• Ensuring that employees are legally authorized to work in the United States by properly completing Form I-9.
  • Following visa requirements for non-citizen workers.
  • Privacy laws
  • Protecting employee personal information in accordance with relevant state, federal, and international privacy laws.
  • Ensuring cybersecurity measures are in place to protect sensitive employee data.
  • Labor relations
  • For companies with unionized workers, compliance with the National Labor Relations Act (NLRA) and maintaining good relations with labor unions, if relevant.
  • Recordkeeping and reporting
  • Properly maintaining employee records and meeting reporting requirements.
  • Ensuring compliance with recordkeeping requirements as specified by various laws including FLSA, EEOC, and OSHA.
  • Industry-specific regulations
  • Certain industries, such as finance, healthcare, and transportation, have additional regulatory burdens.
  • Worker Adjustment and Retraining Notification Act (WARN)
  • Compliance with the WARN Act’s notice requirements in the case of certain mass layoffs or plant closures.

Employee Handbooks

Although many early-stage businesses don’t think they need it yet, companies of all sizes should consider creating an employee handbook. A handbook serves as a valuable resource for both employers and employees, setting expectations and providing as a source of information for employees.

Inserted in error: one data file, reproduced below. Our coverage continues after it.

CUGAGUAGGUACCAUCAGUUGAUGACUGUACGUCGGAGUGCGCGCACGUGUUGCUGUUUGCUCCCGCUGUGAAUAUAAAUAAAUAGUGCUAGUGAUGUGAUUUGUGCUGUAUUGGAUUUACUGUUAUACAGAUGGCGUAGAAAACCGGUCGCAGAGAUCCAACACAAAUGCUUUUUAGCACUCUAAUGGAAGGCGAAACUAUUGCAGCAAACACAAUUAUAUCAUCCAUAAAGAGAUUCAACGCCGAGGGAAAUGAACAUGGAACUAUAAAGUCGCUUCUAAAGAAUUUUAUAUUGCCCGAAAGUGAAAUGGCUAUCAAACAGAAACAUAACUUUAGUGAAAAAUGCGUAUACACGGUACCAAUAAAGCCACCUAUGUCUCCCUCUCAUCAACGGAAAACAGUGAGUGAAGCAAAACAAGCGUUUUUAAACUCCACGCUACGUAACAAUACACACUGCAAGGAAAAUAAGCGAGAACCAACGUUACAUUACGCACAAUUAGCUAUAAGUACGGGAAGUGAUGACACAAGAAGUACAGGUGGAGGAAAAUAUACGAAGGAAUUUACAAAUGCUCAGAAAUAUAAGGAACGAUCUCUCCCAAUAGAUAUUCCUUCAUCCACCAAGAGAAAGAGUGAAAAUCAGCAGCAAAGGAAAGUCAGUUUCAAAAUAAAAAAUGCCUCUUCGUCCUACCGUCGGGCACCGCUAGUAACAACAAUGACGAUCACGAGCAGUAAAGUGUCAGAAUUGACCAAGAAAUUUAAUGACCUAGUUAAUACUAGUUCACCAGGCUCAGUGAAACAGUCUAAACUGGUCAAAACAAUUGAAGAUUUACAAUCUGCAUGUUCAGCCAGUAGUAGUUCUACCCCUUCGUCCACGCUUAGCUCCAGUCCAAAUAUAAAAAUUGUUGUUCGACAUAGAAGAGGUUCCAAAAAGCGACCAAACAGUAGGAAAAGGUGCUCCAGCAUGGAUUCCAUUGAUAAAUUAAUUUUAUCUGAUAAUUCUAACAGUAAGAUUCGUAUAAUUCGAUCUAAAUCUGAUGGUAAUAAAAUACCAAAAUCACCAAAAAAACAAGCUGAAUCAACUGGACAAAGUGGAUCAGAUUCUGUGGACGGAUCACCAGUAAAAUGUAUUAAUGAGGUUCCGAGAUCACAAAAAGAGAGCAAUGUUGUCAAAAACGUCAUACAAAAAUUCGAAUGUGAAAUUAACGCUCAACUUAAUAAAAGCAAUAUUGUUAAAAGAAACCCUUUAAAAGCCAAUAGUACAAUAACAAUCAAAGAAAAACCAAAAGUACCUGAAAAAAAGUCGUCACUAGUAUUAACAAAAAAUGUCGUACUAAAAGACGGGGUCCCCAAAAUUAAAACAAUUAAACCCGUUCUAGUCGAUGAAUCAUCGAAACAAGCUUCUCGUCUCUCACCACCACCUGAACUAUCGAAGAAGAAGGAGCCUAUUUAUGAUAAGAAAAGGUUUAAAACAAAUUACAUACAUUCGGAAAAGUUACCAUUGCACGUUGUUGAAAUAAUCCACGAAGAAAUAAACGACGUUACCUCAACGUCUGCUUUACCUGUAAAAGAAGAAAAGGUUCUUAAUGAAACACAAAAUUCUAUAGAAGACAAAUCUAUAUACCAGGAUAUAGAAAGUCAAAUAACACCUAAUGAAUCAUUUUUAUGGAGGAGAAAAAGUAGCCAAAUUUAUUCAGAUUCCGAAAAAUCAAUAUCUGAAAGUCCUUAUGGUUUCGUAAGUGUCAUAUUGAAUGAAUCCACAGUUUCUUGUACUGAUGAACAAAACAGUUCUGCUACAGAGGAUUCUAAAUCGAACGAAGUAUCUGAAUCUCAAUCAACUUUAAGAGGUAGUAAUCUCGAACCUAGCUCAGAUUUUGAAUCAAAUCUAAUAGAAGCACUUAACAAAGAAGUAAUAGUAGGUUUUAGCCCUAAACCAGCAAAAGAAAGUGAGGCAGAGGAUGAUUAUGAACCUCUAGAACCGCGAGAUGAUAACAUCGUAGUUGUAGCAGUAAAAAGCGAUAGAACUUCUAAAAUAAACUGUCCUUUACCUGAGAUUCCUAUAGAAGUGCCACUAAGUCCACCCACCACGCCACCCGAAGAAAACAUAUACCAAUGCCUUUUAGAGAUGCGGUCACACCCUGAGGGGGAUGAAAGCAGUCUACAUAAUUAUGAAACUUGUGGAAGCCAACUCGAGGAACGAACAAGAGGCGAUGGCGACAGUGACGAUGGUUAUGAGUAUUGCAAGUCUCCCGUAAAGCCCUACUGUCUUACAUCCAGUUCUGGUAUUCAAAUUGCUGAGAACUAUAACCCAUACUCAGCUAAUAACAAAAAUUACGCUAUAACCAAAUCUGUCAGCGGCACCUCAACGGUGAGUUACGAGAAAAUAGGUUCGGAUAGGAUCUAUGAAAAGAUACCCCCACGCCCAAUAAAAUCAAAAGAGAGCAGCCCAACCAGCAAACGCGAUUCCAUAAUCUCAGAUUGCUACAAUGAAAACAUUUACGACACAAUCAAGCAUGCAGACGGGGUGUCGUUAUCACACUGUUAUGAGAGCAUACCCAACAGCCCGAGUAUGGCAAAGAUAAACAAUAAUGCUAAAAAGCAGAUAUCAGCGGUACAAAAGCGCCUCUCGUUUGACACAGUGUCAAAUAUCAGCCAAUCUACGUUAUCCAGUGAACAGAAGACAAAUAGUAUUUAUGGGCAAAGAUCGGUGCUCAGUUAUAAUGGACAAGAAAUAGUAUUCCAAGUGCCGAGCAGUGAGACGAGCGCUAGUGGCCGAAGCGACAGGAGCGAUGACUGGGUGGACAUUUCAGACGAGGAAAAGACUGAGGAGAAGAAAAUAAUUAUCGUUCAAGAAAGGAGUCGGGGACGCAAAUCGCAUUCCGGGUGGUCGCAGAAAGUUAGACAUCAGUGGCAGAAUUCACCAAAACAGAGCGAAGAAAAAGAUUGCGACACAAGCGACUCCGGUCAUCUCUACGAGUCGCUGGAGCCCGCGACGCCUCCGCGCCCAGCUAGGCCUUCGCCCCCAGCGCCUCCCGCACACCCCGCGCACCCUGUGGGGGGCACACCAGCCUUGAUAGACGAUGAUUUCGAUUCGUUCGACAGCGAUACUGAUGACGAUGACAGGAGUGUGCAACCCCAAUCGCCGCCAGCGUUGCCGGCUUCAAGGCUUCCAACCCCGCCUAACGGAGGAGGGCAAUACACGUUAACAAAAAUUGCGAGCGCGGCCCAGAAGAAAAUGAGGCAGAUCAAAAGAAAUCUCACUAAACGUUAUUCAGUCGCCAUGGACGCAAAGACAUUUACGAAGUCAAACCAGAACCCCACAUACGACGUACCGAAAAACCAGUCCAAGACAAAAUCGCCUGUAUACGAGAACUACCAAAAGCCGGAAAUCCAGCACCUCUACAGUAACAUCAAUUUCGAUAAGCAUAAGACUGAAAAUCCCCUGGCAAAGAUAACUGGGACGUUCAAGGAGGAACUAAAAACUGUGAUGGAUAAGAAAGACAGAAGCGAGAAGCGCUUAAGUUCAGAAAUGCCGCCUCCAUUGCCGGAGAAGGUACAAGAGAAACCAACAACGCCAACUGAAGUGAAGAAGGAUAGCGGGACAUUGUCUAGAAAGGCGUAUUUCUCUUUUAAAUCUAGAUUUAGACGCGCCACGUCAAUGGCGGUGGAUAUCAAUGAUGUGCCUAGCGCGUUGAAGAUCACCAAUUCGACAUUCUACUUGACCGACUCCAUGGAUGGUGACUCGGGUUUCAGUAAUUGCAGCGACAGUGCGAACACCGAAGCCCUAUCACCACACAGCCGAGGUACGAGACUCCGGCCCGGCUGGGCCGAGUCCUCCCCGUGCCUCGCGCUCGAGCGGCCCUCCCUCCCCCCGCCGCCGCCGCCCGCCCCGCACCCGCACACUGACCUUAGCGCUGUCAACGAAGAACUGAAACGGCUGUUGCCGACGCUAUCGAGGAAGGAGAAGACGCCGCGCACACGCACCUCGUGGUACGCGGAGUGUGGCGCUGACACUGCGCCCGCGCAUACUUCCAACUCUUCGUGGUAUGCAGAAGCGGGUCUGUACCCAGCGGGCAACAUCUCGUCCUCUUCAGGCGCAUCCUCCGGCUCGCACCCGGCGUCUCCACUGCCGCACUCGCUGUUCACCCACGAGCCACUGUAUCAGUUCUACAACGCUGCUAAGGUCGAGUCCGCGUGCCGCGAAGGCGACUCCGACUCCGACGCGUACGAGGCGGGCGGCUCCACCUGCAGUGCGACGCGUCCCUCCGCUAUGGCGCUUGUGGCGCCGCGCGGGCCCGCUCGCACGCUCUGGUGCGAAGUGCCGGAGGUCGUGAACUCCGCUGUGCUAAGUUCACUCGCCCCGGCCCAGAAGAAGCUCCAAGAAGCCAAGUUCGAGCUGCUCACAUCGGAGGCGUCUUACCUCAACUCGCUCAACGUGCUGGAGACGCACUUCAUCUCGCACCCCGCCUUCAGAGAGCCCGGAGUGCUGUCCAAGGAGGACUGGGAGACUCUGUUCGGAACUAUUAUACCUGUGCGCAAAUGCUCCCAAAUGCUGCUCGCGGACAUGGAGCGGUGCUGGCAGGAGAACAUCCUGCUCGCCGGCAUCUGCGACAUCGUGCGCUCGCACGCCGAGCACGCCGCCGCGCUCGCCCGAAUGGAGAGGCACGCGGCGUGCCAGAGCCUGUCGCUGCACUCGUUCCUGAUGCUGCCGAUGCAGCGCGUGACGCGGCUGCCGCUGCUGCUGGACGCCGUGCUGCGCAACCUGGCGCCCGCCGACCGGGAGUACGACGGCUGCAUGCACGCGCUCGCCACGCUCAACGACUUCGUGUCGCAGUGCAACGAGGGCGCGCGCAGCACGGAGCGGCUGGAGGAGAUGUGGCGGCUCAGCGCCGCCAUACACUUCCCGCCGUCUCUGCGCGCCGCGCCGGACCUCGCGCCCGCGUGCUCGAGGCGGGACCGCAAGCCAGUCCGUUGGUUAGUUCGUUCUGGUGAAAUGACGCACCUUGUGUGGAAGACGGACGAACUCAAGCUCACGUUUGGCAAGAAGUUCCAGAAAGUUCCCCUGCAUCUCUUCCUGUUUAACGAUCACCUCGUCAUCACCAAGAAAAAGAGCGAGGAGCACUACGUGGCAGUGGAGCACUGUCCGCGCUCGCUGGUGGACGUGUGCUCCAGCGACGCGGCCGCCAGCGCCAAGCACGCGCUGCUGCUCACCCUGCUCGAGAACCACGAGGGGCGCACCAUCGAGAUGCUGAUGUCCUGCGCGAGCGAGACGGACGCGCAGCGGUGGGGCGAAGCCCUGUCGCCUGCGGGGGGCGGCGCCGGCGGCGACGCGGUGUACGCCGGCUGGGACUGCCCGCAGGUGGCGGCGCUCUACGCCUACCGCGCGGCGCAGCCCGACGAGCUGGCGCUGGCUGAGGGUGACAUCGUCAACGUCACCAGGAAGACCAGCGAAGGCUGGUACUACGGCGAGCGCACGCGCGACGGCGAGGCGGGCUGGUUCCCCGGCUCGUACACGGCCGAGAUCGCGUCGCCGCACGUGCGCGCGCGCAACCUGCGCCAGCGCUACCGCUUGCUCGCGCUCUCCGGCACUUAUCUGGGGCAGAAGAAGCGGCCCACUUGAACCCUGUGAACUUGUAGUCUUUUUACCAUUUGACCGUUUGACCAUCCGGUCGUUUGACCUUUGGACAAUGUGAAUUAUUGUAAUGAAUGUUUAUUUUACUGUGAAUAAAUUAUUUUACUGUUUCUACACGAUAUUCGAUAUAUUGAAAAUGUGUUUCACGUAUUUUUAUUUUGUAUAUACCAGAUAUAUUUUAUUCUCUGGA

Benefits of a Handbook

Adopting an employee handbook comes with a number of benefits, including:

  • Centralized information source: A handbook compiles all company policies, procedures, and expectations in one central location for easy access.
  • Legal protection: A handbook provides a first line of defense against potential legal disputes by clearly stating company policies and showing the company’s commitment to compliance with employment laws.
  • Clarity on expectations: Clearly outlining company policies and employee expectations helps prevent misunderstandings and inconsistencies in policy enforcement.
  • Introduction to company culture: A handbook can help new hires understand the organization’s values, mission, and culture.
  • Guidelines for conduct: Your handbook provides employees with guidance on the expected standards of behavior and what is considered misconduct.
  • Explanation of benefits: A handbook details the full range of benefits offered to employees and how to access them.
  • Orientation and onboarding tool: A handbook assists in the onboarding process by giving new employees a guide to understanding their workplace and their role in it.
  • Updates and changes in policy: Your handbook offers a framework for communicating changes in policy as the company evolves and grows.

What a Handbook Includes

Key provisions to be included in an employee handbook are varied, and while not exhaustive, here are some fundamental components: